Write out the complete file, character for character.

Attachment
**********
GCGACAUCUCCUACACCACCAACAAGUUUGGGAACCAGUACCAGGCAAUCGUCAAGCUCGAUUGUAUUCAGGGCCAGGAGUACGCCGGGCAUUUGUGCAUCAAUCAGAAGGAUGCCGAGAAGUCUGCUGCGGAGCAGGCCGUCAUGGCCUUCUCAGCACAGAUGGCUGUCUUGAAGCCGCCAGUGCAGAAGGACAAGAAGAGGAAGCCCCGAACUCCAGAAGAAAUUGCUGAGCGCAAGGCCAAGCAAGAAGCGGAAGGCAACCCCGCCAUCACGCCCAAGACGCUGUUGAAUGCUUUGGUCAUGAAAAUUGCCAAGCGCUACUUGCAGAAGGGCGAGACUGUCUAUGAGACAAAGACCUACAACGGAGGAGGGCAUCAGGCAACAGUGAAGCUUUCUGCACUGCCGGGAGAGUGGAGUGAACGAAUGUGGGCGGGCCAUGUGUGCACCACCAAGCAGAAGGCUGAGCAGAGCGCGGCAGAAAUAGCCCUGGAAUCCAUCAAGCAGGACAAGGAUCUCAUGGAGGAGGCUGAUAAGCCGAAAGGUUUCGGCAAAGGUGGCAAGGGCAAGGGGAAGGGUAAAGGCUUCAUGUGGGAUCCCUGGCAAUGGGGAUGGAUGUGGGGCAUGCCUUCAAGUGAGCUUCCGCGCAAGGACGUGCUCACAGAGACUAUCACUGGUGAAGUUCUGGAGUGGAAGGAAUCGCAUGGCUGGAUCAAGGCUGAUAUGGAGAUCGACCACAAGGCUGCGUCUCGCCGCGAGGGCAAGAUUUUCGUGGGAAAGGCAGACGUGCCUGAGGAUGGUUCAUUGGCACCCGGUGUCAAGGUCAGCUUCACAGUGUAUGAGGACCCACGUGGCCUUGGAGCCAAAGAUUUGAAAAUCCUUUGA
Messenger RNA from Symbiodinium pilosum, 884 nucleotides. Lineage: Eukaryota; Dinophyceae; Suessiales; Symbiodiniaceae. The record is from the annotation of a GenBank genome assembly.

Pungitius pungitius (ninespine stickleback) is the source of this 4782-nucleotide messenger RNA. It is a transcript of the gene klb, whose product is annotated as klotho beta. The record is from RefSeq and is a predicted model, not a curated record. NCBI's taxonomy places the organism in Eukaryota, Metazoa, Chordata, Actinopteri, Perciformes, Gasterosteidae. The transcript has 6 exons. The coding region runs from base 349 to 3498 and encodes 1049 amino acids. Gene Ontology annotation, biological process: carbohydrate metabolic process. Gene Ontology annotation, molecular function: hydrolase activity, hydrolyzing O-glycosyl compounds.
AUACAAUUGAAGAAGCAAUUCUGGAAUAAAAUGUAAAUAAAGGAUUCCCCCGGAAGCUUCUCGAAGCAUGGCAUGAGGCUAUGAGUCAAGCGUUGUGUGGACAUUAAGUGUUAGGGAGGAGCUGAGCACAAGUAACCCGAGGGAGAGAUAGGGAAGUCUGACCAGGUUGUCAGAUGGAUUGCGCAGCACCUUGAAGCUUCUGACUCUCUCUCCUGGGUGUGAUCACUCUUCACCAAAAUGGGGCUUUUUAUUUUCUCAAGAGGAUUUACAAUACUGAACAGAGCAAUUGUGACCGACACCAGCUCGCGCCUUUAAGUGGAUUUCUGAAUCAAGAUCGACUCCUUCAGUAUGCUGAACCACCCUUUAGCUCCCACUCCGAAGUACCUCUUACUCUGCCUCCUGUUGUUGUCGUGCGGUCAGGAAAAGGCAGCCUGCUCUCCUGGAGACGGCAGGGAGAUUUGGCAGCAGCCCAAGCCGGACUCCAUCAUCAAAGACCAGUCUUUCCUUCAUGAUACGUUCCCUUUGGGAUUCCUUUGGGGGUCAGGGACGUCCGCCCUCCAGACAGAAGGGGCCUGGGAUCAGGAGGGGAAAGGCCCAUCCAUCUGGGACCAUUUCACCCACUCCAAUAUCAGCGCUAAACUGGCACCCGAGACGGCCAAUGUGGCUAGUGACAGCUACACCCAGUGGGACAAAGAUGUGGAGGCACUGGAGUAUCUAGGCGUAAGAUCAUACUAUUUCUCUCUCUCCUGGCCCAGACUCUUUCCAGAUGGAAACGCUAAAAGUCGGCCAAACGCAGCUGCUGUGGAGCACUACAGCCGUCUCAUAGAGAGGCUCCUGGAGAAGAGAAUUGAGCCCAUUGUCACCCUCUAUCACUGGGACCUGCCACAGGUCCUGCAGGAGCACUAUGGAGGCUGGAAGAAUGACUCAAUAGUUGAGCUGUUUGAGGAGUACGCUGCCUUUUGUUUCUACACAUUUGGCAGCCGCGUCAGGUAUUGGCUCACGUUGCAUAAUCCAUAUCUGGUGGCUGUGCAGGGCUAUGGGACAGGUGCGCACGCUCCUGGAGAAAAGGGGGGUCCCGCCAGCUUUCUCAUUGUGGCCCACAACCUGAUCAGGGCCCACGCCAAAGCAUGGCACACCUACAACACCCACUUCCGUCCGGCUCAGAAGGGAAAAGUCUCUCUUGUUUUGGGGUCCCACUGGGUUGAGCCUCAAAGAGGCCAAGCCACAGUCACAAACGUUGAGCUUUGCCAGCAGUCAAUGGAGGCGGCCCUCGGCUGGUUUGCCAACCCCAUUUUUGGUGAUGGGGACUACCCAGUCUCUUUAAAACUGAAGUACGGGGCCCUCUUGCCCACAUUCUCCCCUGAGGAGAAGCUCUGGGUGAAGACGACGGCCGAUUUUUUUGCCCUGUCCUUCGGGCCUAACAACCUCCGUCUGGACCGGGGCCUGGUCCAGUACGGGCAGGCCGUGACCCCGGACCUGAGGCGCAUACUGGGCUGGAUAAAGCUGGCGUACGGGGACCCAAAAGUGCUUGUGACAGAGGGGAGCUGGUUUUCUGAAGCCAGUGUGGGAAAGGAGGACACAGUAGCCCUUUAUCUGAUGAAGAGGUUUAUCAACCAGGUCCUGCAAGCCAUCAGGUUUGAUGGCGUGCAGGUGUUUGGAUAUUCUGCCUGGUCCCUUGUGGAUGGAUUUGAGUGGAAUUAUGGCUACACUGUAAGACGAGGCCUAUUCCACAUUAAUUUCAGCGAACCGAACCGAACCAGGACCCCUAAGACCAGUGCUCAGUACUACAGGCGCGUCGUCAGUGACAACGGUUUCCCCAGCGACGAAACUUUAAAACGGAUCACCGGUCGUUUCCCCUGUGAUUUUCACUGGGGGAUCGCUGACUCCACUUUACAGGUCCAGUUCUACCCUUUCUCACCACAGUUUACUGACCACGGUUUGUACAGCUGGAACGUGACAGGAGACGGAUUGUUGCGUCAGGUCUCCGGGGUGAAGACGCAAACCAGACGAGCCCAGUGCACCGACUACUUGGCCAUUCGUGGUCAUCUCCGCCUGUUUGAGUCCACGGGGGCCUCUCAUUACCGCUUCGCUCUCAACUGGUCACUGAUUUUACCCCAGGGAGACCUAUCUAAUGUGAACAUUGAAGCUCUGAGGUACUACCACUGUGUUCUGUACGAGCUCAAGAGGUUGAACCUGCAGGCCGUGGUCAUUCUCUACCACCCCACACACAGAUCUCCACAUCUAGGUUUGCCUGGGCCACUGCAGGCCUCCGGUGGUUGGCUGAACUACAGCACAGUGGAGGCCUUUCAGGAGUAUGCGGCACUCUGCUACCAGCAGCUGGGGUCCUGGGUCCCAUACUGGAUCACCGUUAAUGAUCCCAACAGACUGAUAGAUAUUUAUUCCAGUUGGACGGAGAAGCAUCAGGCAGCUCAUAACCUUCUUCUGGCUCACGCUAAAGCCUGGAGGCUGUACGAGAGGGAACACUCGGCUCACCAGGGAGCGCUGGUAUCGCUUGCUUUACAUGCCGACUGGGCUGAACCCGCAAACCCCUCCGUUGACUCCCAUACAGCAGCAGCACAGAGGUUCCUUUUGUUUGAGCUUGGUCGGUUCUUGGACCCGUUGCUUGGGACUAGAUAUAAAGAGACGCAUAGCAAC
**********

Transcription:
GCGACAUCUCCUACACCACCAACAAGUUUGGGAACCAGUACCAGGCAAUCGUCAAGCUCGAUUGUAUUCAGGGCCAGGAGUACGCCGGGCAUUUGUGCAUCAAUCAGAAGGAUGCCGAGAAGUCUGCUGCGGAGCAGGCCGUCAUGGCCUUCUCAGCACAGAUGGCUGUCUUGAAGCCGCCAGUGCAGAAGGACAAGAAGAGGAAGCCCCGAACUCCAGAAGAAAUUGCUGAGCGCAAGGCCAAGCAAGAAGCGGAAGGCAACCCCGCCAUCACGCCCAAGACGCUGUUGAAUGCUUUGGUCAUGAAAAUUGCCAAGCGCUACUUGCAGAAGGGCGAGACUGUCUAUGAGACAAAGACCUACAACGGAGGAGGGCAUCAGGCAACAGUGAAGCUUUCUGCACUGCCGGGAGAGUGGAGUGAACGAAUGUGGGCGGGCCAUGUGUGCACCACCAAGCAGAAGGCUGAGCAGAGCGCGGCAGAAAUAGCCCUGGAAUCCAUCAAGCAGGACAAGGAUCUCAUGGAGGAGGCUGAUAAGCCGAAAGGUUUCGGCAAAGGUGGCAAGGGCAAGGGGAAGGGUAAAGGCUUCAUGUGGGAUCCCUGGCAAUGGGGAUGGAUGUGGGGCAUGCCUUCAAGUGAGCUUCCGCGCAAGGACGUGCUCACAGAGACUAUCACUGGUGAAGUUCUGGAGUGGAAGGAAUCGCAUGGCUGGAUCAAGGCUGAUAUGGAGAUCGACCACAAGGCUGCGUCUCGCCGCGAGGGCAAGAUUUUCGUGGGAAAGGCAGACGUGCCUGAGGAUGGUUCAUUGGCACCCGGUGUCAAGGUCAGCUUCACAGUGUAUGAGGACCCACGUGGCCUUGGAGCCAAAGAUUUGAAAAUCCUUUGA
Messenger RNA from Symbiodinium pilosum, 884 nucleotides. Lineage: Eukaryota; Dinophyceae; Suessiales; Symbiodiniaceae. The record is from the annotation of a GenBank genome assembly.

Pungitius pungitius (ninespine stickleback) is the source of this 4782-nucleotide messenger RNA. It is a transcript of the gene klb, whose product is annotated as klotho beta. The record is from RefSeq and is a predicted model, not a curated record. NCBI's taxonomy places the organism in Eukaryota, Metazoa, Chordata, Actinopteri, Perciformes, Gasterosteidae. The transcript has 6 exons. The coding region runs from base 349 to 3498 and encodes 1049 amino acids. Gene Ontology annotation, biological process: carbohydrate metabolic process. Gene Ontology annotation, molecular function: hydrolase activity, hydrolyzing O-glycosyl compounds.
AUACAAUUGAAGAAGCAAUUCUGGAAUAAAAUGUAAAUAAAGGAUUCCCCCGGAAGCUUCUCGAAGCAUGGCAUGAGGCUAUGAGUCAAGCGUUGUGUGGACAUUAAGUGUUAGGGAGGAGCUGAGCACAAGUAACCCGAGGGAGAGAUAGGGAAGUCUGACCAGGUUGUCAGAUGGAUUGCGCAGCACCUUGAAGCUUCUGACUCUCUCUCCUGGGUGUGAUCACUCUUCACCAAAAUGGGGCUUUUUAUUUUCUCAAGAGGAUUUACAAUACUGAACAGAGCAAUUGUGACCGACACCAGCUCGCGCCUUUAAGUGGAUUUCUGAAUCAAGAUCGACUCCUUCAGUAUGCUGAACCACCCUUUAGCUCCCACUCCGAAGUACCUCUUACUCUGCCUCCUGUUGUUGUCGUGCGGUCAGGAAAAGGCAGCCUGCUCUCCUGGAGACGGCAGGGAGAUUUGGCAGCAGCCCAAGCCGGACUCCAUCAUCAAAGACCAGUCUUUCCUUCAUGAUACGUUCCCUUUGGGAUUCCUUUGGGGGUCAGGGACGUCCGCCCUCCAGACAGAAGGGGCCUGGGAUCAGGAGGGGAAAGGCCCAUCCAUCUGGGACCAUUUCACCCACUCCAAUAUCAGCGCUAAACUGGCACCCGAGACGGCCAAUGUGGCUAGUGACAGCUACACCCAGUGGGACAAAGAUGUGGAGGCACUGGAGUAUCUAGGCGUAAGAUCAUACUAUUUCUCUCUCUCCUGGCCCAGACUCUUUCCAGAUGGAAACGCUAAAAGUCGGCCAAACGCAGCUGCUGUGGAGCACUACAGCCGUCUCAUAGAGAGGCUCCUGGAGAAGAGAAUUGAGCCCAUUGUCACCCUCUAUCACUGGGACCUGCCACAGGUCCUGCAGGAGCACUAUGGAGGCUGGAAGAAUGACUCAAUAGUUGAGCUGUUUGAGGAGUACGCUGCCUUUUGUUUCUACACAUUUGGCAGCCGCGUCAGGUAUUGGCUCACGUUGCAUAAUCCAUAUCUGGUGGCUGUGCAGGGCUAUGGGACAGGUGCGCACGCUCCUGGAGAAAAGGGGGGUCCCGCCAGCUUUCUCAUUGUGGCCCACAACCUGAUCAGGGCCCACGCCAAAGCAUGGCACACCUACAACACCCACUUCCGUCCGGCUCAGAAGGGAAAAGUCUCUCUUGUUUUGGGGUCCCACUGGGUUGAGCCUCAAAGAGGCCAAGCCACAGUCACAAACGUUGAGCUUUGCCAGCAGUCAAUGGAGGCGGCCCUCGGCUGGUUUGCCAACCCCAUUUUUGGUGAUGGGGACUACCCAGUCUCUUUAAAACUGAAGUACGGGGCCCUCUUGCCCACAUUCUCCCCUGAGGAGAAGCUCUGGGUGAAGACGACGGCCGAUUUUUUUGCCCUGUCCUUCGGGCCUAACAACCUCCGUCUGGACCGGGGCCUGGUCCAGUACGGGCAGGCCGUGACCCCGGACCUGAGGCGCAUACUGGGCUGGAUAAAGCUGGCGUACGGGGACCCAAAAGUGCUUGUGACAGAGGGGAGCUGGUUUUCUGAAGCCAGUGUGGGAAAGGAGGACACAGUAGCCCUUUAUCUGAUGAAGAGGUUUAUCAACCAGGUCCUGCAAGCCAUCAGGUUUGAUGGCGUGCAGGUGUUUGGAUAUUCUGCCUGGUCCCUUGUGGAUGGAUUUGAGUGGAAUUAUGGCUACACUGUAAGACGAGGCCUAUUCCACAUUAAUUUCAGCGAACCGAACCGAACCAGGACCCCUAAGACCAGUGCUCAGUACUACAGGCGCGUCGUCAGUGACAACGGUUUCCCCAGCGACGAAACUUUAAAACGGAUCACCGGUCGUUUCCCCUGUGAUUUUCACUGGGGGAUCGCUGACUCCACUUUACAGGUCCAGUUCUACCCUUUCUCACCACAGUUUACUGACCACGGUUUGUACAGCUGGAACGUGACAGGAGACGGAUUGUUGCGUCAGGUCUCCGGGGUGAAGACGCAAACCAGACGAGCCCAGUGCACCGACUACUUGGCCAUUCGUGGUCAUCUCCGCCUGUUUGAGUCCACGGGGGCCUCUCAUUACCGCUUCGCUCUCAACUGGUCACUGAUUUUACCCCAGGGAGACCUAUCUAAUGUGAACAUUGAAGCUCUGAGGUACUACCACUGUGUUCUGUACGAGCUCAAGAGGUUGAACCUGCAGGCCGUGGUCAUUCUCUACCACCCCACACACAGAUCUCCACAUCUAGGUUUGCCUGGGCCACUGCAGGCCUCCGGUGGUUGGCUGAACUACAGCACAGUGGAGGCCUUUCAGGAGUAUGCGGCACUCUGCUACCAGCAGCUGGGGUCCUGGGUCCCAUACUGGAUCACCGUUAAUGAUCCCAACAGACUGAUAGAUAUUUAUUCCAGUUGGACGGAGAAGCAUCAGGCAGCUCAUAACCUUCUUCUGGCUCACGCUAAAGCCUGGAGGCUGUACGAGAGGGAACACUCGGCUCACCAGGGAGCGCUGGUAUCGCUUGCUUUACAUGCCGACUGGGCUGAACCCGCAAACCCCUCCGUUGACUCCCAUACAGCAGCAGCACAGAGGUUCCUUUUGUUUGAGCUUGGUCGGUUCUUGGACCCGUUGCUUGGGACUAGAUAUAAAGAGACGCAUAGCAAC